(Daniel 3:20 continued) In Hebrews we read: “My son, despise not thou the chastening of the Lord, nor faint when you art rebuked by him: For whom the Lord loves he chastens, and challenges every son whom he receives. If ye endure chastening, God deals with you as with sons; for what son is he whom the father refuses to chasten? But if ye be without chastisement, whereof all are partakers, then are ye bastards, and not sons. Furthermore we have had fathers of our flesh which corrected us, and we gave them reverence: shall we not much rather be in subjection unto the Father of spirits, and live? For they verily for a few days chastened us after their own pleasure; but he for our profit, that we might be partakers of his holiness. Now no chastening for the present seems to be joyous, but grievous: nevertheless afterward it yields the peaceable fruit of righteousness unto them which are exercised thereby”. (Hebrew 12:5-11).
Even Jesus said: “In the world ye shall have tribulation: but be of good cheer; I have overcome the world.” (John 16:33) so we should expect ‘tribulation’ from the world and chastening from the hand of God. It is the former that is the case with these three men, but like Peter and the apostles in Acts 5: “…and when they (Sanhedrin) had called the apostles, and beaten them, they commanded that they should not speak in the name of Jesus, and let them go. And they departed from the presence of the council, rejoicing that they were counted worthy to suffer shame for his name.” (Acts 5:40-41)), Shadrach, Meshach, and Abed-Nego counted it an honor to stand for the name of the Most High God, for He alone is the One who rules in the kingdoms and nations of men. Vengeance will be mine says the Lord God (Romans 12:19).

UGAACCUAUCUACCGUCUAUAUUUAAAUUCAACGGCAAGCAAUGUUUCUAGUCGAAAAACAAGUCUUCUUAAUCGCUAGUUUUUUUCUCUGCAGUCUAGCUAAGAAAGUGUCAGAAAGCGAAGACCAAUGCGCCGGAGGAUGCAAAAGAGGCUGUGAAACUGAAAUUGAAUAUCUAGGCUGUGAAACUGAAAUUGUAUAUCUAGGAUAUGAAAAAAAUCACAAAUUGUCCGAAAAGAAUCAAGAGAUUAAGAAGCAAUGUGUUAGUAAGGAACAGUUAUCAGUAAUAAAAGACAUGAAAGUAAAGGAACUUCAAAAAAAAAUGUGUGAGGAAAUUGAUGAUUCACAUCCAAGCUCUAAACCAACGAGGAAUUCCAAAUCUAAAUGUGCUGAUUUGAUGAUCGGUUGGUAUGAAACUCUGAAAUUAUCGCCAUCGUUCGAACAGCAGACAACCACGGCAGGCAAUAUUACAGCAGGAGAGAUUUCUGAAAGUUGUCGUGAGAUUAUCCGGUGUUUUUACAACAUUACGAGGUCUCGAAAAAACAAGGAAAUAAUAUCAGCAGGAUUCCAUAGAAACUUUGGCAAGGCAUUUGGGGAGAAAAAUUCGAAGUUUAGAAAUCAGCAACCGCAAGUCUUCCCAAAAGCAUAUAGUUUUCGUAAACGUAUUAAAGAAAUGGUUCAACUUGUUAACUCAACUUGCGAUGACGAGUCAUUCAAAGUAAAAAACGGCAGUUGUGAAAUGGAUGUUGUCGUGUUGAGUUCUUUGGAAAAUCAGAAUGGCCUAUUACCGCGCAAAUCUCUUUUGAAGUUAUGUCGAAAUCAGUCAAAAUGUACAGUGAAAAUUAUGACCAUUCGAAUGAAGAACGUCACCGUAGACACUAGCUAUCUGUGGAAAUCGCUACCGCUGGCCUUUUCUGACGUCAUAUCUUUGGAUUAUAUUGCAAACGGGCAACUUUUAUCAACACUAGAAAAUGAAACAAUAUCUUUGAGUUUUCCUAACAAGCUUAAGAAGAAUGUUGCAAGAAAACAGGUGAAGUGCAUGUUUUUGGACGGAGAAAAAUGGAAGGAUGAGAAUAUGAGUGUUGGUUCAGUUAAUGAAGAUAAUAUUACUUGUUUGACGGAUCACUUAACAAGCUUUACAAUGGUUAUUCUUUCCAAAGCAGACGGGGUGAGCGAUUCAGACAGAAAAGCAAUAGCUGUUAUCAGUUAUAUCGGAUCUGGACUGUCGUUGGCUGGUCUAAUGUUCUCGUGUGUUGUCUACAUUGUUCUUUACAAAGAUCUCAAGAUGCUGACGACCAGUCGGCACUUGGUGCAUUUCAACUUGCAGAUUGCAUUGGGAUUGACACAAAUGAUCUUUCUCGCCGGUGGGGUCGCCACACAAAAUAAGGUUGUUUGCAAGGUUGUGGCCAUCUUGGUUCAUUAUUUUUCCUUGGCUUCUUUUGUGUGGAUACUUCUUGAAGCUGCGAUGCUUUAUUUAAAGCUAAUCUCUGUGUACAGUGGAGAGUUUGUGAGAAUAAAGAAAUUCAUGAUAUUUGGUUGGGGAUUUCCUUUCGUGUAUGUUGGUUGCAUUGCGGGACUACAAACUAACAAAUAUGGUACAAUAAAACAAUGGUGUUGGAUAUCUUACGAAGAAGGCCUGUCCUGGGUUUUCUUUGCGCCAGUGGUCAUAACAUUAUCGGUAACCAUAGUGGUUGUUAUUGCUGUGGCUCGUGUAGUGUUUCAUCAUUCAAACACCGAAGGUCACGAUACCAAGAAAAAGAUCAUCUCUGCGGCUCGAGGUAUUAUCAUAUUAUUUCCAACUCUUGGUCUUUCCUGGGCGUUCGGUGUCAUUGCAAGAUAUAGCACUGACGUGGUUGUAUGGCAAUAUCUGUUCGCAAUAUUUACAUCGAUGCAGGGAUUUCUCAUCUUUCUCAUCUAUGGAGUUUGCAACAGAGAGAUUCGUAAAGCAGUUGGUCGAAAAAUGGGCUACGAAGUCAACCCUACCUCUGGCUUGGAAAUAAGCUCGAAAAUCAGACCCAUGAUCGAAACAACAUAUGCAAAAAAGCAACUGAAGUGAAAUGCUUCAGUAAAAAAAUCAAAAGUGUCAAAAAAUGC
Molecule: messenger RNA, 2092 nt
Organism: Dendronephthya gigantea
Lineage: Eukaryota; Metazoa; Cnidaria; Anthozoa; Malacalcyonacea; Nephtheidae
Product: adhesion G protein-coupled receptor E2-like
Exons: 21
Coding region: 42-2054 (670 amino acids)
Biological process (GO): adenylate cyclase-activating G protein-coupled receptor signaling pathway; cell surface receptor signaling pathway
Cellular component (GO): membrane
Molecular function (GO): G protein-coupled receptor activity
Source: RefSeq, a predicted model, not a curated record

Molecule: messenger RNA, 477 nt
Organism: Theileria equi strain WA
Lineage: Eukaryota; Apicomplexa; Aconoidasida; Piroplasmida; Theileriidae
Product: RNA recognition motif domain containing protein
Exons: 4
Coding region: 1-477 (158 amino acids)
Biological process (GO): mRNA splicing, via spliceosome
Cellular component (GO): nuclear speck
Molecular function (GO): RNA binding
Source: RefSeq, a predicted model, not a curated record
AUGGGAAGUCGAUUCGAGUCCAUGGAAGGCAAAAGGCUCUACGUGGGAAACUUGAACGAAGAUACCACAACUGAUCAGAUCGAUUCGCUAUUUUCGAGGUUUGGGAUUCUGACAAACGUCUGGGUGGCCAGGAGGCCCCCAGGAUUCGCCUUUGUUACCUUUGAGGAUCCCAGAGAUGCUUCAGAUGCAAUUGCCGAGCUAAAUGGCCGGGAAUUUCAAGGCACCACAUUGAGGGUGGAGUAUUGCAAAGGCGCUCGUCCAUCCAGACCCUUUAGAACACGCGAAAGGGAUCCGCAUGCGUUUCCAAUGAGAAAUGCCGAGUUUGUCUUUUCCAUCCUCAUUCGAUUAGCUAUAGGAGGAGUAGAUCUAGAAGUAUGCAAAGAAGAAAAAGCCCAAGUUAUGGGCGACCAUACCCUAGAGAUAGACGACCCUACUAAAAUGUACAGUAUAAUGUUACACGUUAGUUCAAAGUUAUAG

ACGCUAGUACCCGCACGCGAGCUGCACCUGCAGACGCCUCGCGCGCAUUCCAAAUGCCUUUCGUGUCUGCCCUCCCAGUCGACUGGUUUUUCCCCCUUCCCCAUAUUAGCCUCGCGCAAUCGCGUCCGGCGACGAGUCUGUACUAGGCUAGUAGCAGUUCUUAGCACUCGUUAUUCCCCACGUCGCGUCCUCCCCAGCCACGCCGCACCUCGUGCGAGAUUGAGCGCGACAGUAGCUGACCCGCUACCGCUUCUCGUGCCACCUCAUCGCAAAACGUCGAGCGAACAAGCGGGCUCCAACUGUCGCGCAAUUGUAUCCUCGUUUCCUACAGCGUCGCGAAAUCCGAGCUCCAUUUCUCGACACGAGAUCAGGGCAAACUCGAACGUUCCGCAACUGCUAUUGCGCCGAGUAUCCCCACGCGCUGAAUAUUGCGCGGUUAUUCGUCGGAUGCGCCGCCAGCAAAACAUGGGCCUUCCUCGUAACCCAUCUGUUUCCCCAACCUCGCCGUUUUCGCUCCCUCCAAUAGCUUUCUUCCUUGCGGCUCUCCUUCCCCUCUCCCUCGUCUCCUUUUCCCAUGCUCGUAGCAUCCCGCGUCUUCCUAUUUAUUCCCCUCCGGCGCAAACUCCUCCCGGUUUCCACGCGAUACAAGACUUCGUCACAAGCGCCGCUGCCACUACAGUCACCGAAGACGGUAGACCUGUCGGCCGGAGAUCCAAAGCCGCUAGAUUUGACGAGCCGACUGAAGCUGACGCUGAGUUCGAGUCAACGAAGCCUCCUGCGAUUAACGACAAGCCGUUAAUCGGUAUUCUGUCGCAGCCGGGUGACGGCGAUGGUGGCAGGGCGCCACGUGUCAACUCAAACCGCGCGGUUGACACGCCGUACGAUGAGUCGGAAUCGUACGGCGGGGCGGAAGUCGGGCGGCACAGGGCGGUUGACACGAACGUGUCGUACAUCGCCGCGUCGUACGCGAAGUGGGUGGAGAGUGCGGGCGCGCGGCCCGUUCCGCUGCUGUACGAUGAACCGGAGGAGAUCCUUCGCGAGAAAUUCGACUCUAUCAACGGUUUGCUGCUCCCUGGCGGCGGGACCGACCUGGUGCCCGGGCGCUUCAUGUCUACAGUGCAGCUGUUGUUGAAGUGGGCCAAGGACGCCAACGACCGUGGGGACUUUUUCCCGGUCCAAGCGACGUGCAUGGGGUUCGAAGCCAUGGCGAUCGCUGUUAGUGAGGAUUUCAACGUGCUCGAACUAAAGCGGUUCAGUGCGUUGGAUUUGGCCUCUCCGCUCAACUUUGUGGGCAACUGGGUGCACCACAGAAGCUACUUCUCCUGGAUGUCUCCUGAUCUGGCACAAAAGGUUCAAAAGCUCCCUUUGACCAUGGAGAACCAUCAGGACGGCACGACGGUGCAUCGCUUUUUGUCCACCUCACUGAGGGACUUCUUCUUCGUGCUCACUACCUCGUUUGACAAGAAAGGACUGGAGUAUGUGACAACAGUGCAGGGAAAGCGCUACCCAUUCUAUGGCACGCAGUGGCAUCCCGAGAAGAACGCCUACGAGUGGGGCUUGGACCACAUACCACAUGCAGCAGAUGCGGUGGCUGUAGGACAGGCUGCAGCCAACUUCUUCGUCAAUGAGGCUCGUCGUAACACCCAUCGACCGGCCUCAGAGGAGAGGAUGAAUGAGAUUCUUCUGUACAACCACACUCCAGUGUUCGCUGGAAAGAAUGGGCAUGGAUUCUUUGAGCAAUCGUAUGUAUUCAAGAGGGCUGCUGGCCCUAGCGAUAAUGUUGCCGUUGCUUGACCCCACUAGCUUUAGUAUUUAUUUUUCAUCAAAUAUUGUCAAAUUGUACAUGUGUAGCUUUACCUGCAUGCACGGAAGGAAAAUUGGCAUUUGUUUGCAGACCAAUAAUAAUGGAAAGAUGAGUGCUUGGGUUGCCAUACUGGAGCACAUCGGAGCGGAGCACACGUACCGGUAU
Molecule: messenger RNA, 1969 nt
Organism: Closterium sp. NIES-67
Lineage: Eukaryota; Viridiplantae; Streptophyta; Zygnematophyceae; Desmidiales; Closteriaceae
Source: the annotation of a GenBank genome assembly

When a metal smith is refining gold in a refining pot, he keeps skimming off the dross (the impurities) that are brought to the surface by the heat. The way of knowing when it is pure is when he can look into the pot and see an unblemished refection. We are the pot of gold. He is the Refiner. The scum on the top is impurity needing to be removed.
Then these men were bound in their coats, their hosen, and their hats, and their other garments, and are cast into the midst of the burning fiery furnace.
Usually victims were stripped to humiliate them, yet here the king is so cross he just wants them thrown in.
Hosen = undergarments, Hats = a turban of some description; other garments = robes of office; coats = usual outer garments. In a WWII sense, and an eerie parallel- Hitler’s final solution to the “Jewish” problem. We could also discuss that the Swastika was originally a Jewish religious symbol, but not in this article. It would be a distraction even though fascinating.
Therefore because the king’s commandment was urgent, and the furnace exceeding hot, the flame of the fire destroyed those “mighty men” men that took up Shadrach, Meshach, and Abed-nego.